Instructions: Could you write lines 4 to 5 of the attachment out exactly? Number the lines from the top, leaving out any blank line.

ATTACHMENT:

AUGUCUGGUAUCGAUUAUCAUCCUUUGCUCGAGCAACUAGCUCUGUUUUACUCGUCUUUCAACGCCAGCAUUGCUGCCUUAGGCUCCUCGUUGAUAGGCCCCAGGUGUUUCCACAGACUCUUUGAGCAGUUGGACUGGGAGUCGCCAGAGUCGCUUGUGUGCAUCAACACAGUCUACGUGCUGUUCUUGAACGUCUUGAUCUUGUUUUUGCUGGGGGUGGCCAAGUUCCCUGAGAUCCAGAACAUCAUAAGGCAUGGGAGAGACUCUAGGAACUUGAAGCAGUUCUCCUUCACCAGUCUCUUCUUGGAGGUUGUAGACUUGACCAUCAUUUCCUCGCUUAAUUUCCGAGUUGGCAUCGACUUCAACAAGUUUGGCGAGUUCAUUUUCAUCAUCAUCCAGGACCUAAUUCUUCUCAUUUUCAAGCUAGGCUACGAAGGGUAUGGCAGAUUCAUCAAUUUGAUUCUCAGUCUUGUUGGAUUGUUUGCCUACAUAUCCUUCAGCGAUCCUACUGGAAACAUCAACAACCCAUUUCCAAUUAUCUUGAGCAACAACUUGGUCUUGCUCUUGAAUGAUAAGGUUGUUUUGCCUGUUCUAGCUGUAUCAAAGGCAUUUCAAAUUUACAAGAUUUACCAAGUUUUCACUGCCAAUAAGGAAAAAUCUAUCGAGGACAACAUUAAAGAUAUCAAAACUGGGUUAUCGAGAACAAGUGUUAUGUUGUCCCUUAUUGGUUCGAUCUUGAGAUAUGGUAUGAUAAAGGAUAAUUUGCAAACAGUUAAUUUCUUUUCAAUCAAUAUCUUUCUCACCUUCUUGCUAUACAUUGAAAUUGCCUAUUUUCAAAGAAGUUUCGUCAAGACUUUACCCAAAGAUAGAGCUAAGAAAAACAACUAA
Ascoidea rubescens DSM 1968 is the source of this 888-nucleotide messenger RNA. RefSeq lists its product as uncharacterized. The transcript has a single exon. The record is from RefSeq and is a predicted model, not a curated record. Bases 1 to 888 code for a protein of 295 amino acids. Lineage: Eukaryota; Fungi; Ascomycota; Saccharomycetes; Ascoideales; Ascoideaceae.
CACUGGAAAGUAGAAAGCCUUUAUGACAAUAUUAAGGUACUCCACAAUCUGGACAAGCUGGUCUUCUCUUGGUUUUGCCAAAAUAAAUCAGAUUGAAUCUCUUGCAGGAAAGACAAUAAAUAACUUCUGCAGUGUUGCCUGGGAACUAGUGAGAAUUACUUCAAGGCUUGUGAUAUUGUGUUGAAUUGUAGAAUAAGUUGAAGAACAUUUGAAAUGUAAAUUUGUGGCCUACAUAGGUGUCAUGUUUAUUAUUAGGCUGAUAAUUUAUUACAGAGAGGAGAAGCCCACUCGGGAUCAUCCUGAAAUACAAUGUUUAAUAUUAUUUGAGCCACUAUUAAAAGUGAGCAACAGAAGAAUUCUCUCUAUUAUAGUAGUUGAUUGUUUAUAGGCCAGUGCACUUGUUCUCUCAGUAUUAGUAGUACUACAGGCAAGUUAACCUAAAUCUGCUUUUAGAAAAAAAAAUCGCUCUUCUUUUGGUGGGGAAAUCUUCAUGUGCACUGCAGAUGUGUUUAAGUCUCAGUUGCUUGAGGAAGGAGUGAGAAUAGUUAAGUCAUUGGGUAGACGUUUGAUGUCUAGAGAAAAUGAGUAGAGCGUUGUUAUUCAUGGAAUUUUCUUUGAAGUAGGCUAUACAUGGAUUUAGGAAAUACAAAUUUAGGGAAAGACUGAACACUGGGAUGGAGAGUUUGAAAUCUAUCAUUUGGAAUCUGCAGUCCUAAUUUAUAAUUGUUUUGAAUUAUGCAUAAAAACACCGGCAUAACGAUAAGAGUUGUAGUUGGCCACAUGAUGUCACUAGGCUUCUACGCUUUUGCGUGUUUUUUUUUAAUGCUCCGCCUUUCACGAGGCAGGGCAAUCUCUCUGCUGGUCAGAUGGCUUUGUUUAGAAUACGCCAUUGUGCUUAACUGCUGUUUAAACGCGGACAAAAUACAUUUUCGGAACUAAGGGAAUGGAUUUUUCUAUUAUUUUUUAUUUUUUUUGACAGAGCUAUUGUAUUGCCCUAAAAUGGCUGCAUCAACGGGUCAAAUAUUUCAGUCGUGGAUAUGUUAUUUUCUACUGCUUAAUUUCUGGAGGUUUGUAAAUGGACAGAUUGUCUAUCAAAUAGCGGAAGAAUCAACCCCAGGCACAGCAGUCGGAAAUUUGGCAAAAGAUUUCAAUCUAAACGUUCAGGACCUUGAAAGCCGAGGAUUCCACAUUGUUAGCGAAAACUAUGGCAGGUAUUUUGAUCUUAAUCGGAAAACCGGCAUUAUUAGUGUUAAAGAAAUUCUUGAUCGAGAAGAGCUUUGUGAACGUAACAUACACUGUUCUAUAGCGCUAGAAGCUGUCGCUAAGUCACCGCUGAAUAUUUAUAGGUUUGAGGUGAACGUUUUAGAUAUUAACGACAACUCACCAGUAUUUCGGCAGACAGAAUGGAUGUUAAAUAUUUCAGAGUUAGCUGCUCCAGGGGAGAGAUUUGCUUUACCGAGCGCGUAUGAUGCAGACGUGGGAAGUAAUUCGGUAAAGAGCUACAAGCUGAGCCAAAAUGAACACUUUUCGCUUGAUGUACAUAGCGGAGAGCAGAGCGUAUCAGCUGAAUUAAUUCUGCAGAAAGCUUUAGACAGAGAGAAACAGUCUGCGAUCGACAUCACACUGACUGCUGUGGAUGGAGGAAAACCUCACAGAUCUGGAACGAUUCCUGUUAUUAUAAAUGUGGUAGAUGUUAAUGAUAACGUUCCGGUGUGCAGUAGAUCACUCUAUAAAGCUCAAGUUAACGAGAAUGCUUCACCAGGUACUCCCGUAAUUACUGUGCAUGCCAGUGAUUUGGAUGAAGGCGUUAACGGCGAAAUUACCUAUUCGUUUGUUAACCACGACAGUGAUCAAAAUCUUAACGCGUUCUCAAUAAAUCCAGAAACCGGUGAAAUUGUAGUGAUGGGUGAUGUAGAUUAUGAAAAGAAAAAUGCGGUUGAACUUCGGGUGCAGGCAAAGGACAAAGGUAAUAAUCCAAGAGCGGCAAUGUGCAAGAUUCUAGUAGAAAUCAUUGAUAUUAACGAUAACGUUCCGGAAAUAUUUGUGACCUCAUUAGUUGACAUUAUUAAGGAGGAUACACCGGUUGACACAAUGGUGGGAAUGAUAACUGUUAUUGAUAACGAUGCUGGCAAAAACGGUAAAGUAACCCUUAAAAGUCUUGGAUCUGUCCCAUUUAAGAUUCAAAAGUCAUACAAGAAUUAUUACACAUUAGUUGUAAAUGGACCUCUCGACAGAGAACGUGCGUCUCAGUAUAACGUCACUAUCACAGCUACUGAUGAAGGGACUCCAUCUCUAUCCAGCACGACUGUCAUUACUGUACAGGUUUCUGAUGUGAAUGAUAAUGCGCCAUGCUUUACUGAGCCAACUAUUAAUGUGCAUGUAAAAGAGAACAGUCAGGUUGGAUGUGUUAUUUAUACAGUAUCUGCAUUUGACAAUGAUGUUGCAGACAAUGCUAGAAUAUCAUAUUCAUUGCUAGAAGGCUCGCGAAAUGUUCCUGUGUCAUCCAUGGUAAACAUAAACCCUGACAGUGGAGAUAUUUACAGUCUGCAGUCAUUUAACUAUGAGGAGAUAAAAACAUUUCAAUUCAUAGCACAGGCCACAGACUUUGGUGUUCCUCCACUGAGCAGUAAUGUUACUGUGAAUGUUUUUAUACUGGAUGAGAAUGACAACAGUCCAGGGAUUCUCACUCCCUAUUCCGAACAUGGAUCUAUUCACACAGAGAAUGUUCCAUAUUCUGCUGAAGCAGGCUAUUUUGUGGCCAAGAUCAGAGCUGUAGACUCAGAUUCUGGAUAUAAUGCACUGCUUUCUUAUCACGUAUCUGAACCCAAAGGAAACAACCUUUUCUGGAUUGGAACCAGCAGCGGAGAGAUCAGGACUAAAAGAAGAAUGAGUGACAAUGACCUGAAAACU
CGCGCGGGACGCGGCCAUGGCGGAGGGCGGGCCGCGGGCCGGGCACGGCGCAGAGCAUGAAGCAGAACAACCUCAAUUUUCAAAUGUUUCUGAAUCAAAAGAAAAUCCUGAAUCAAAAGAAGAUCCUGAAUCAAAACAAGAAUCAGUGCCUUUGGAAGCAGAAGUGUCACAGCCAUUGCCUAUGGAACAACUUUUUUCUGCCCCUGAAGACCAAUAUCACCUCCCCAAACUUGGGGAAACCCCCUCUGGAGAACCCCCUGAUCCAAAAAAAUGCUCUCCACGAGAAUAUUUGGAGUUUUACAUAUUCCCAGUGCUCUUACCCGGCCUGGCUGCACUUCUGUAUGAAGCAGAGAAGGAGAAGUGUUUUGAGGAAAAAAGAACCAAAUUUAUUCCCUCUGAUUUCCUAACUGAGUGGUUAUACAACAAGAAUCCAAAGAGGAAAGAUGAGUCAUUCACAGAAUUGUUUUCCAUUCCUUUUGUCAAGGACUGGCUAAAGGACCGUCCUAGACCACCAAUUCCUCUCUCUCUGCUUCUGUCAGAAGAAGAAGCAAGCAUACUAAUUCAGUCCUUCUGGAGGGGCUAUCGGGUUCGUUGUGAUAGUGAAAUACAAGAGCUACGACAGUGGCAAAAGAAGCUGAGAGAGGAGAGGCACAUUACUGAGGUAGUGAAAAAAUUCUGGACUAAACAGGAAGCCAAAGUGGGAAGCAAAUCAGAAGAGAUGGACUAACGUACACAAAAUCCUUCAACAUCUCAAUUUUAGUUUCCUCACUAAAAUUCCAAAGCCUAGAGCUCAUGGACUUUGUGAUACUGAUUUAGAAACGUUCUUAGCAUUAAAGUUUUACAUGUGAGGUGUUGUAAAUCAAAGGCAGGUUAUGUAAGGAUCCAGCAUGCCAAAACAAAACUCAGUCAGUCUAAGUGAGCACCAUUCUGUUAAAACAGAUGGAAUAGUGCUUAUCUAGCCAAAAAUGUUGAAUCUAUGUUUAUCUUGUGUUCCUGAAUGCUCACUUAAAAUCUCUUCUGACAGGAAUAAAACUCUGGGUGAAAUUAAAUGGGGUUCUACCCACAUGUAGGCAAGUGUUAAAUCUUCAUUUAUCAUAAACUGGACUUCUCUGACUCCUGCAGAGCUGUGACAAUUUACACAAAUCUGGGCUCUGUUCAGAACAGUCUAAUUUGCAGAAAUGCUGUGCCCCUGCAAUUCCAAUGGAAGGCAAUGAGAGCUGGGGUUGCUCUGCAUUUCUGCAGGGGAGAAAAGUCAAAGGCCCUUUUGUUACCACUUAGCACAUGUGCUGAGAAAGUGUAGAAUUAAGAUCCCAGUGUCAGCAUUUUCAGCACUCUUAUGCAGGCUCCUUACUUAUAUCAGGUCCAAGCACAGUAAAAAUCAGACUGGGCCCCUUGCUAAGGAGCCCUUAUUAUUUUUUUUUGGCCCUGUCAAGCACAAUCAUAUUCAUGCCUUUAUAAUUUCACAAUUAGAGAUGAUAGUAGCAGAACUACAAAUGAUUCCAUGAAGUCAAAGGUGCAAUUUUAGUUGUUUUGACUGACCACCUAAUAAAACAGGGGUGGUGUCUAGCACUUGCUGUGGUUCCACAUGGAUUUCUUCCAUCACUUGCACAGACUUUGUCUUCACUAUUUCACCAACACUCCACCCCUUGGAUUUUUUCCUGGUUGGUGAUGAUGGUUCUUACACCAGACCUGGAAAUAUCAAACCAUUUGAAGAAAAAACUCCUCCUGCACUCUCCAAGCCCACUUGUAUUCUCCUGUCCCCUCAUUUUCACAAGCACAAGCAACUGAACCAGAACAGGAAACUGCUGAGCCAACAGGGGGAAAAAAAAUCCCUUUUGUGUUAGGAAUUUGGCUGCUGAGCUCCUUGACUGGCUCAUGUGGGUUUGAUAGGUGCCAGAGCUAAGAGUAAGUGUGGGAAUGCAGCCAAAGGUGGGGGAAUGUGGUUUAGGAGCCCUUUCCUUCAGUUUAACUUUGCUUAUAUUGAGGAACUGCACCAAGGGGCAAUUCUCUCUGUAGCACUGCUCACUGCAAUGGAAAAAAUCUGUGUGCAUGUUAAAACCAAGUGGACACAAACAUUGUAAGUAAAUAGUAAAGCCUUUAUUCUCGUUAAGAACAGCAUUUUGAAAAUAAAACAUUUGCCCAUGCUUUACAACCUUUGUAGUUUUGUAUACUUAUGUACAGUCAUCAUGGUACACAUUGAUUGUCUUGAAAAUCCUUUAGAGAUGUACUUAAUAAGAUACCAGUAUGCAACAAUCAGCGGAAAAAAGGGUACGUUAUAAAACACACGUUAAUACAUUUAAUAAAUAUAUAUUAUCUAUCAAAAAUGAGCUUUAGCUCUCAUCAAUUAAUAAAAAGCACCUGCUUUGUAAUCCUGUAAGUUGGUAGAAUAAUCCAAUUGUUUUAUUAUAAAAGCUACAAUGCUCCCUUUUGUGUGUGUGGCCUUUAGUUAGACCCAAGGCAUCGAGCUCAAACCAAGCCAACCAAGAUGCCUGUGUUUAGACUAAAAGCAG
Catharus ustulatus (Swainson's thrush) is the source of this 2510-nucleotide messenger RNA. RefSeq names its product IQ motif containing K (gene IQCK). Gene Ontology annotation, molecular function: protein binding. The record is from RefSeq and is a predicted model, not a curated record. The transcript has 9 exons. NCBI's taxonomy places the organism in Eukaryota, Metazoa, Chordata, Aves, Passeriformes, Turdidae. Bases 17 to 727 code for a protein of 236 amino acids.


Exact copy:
CGCGCGGGACGCGGCCAUGGCGGAGGGCGGGCCGCGGGCCGGGCACGGCGCAGAGCAUGAAGCAGAACAACCUCAAUUUUCAAAUGUUUCUGAAUCAAAAGAAAAUCCUGAAUCAAAAGAAGAUCCUGAAUCAAAACAAGAAUCAGUGCCUUUGGAAGCAGAAGUGUCACAGCCAUUGCCUAUGGAACAACUUUUUUCUGCCCCUGAAGACCAAUAUCACCUCCCCAAACUUGGGGAAACCCCCUCUGGAGAACCCCCUGAUCCAAAAAAAUGCUCUCCACGAGAAUAUUUGGAGUUUUACAUAUUCCCAGUGCUCUUACCCGGCCUGGCUGCACUUCUGUAUGAAGCAGAGAAGGAGAAGUGUUUUGAGGAAAAAAGAACCAAAUUUAUUCCCUCUGAUUUCCUAACUGAGUGGUUAUACAACAAGAAUCCAAAGAGGAAAGAUGAGUCAUUCACAGAAUUGUUUUCCAUUCCUUUUGUCAAGGACUGGCUAAAGGACCGUCCUAGACCACCAAUUCCUCUCUCUCUGCUUCUGUCAGAAGAAGAAGCAAGCAUACUAAUUCAGUCCUUCUGGAGGGGCUAUCGGGUUCGUUGUGAUAGUGAAAUACAAGAGCUACGACAGUGGCAAAAGAAGCUGAGAGAGGAGAGGCACAUUACUGAGGUAGUGAAAAAAUUCUGGACUAAACAGGAAGCCAAAGUGGGAAGCAAAUCAGAAGAGAUGGACUAACGUACACAAAAUCCUUCAACAUCUCAAUUUUAGUUUCCUCACUAAAAUUCCAAAGCCUAGAGCUCAUGGACUUUGUGAUACUGAUUUAGAAACGUUCUUAGCAUUAAAGUUUUACAUGUGAGGUGUUGUAAAUCAAAGGCAGGUUAUGUAAGGAUCCAGCAUGCCAAAACAAAACUCAGUCAGUCUAAGUGAGCACCAUUCUGUUAAAACAGAUGGAAUAGUGCUUAUCUAGCCAAAAAUGUUGAAUCUAUGUUUAUCUUGUGUUCCUGAAUGCUCACUUAAAAUCUCUUCUGACAGGAAUAAAACUCUGGGUGAAAUUAAAUGGGGUUCUACCCACAUGUAGGCAAGUGUUAAAUCUUCAUUUAUCAUAAACUGGACUUCUCUGACUCCUGCAGAGCUGUGACAAUUUACACAAAUCUGGGCUCUGUUCAGAACAGUCUAAUUUGCAGAAAUGCUGUGCCCCUGCAAUUCCAAUGGAAGGCAAUGAGAGCUGGGGUUGCUCUGCAUUUCUGCAGGGGAGAAAAGUCAAAGGCCCUUUUGUUACCACUUAGCACAUGUGCUGAGAAAGUGUAGAAUUAAGAUCCCAGUGUCAGCAUUUUCAGCACUCUUAUGCAGGCUCCUUACUUAUAUCAGGUCCAAGCACAGUAAAAAUCAGACUGGGCCCCUUGCUAAGGAGCCCUUAUUAUUUUUUUUUGGCCCUGUCAAGCACAAUCAUAUUCAUGCCUUUAUAAUUUCACAAUUAGAGAUGAUAGUAGCAGAACUACAAAUGAUUCCAUGAAGUCAAAGGUGCAAUUUUAGUUGUUUUGACUGACCACCUAAUAAAACAGGGGUGGUGUCUAGCACUUGCUGUGGUUCCACAUGGAUUUCUUCCAUCACUUGCACAGACUUUGUCUUCACUAUUUCACCAACACUCCACCCCUUGGAUUUUUUCCUGGUUGGUGAUGAUGGUUCUUACACCAGACCUGGAAAUAUCAAACCAUUUGAAGAAAAAACUCCUCCUGCACUCUCCAAGCCCACUUGUAUUCUCCUGUCCCCUCAUUUUCACAAGCACAAGCAACUGAACCAGAACAGGAAACUGCUGAGCCAACAGGGGGAAAAAAAAUCCCUUUUGUGUUAGGAAUUUGGCUGCUGAGCUCCUUGACUGGCUCAUGUGGGUUUGAUAGGUGCCAGAGCUAAGAGUAAGUGUGGGAAUGCAGCCAAAGGUGGGGGAAUGUGGUUUAGGAGCCCUUUCCUUCAGUUUAACUUUGCUUAUAUUGAGGAACUGCACCAAGGGGCAAUUCUCUCUGUAGCACUGCUCACUGCAAUGGAAAAAAUCUGUGUGCAUGUUAAAACCAAGUGGACACAAACAUUGUAAGUAAAUAGUAAAGCCUUUAUUCUCGUUAAGAACAGCAUUUUGAAAAUAAAACAUUUGCCCAUGCUUUACAACCUUUGUAGUUUUGUAUACUUAUGUACAGUCAUCAUGGUACACAUUGAUUGUCUUGAAAAUCCUUUAGAGAUGUACUUAAUAAGAUACCAGUAUGCAACAAUCAGCGGAAAAAAGGGUACGUUAUAAAACACACGUUAAUACAUUUAAUAAAUAUAUAUUAUCUAUCAAAAAUGAGCUUUAGCUCUCAUCAAUUAAUAAAAAGCACCUGCUUUGUAAUCCUGUAAGUUGGUAGAAUAAUCCAAUUGUUUUAUUAUAAAAGCUACAAUGCUCCCUUUUGUGUGUGUGGCCUUUAGUUAGACCCAAGGCAUCGAGCUCAAACCAAGCCAACCAAGAUGCCUGUGUUUAGACUAAAAGCAG
Catharus ustulatus (Swainson's thrush) is the source of this 2510-nucleotide messenger RNA. RefSeq names its product IQ motif containing K (gene IQCK). Gene Ontology annotation, molecular function: protein binding. The record is from RefSeq and is a predicted model, not a curated record. The transcript has 9 exons. NCBI's taxonomy places the organism in Eukaryota, Metazoa, Chordata, Aves, Passeriformes, Turdidae. Bases 17 to 727 code for a protein of 236 amino acids.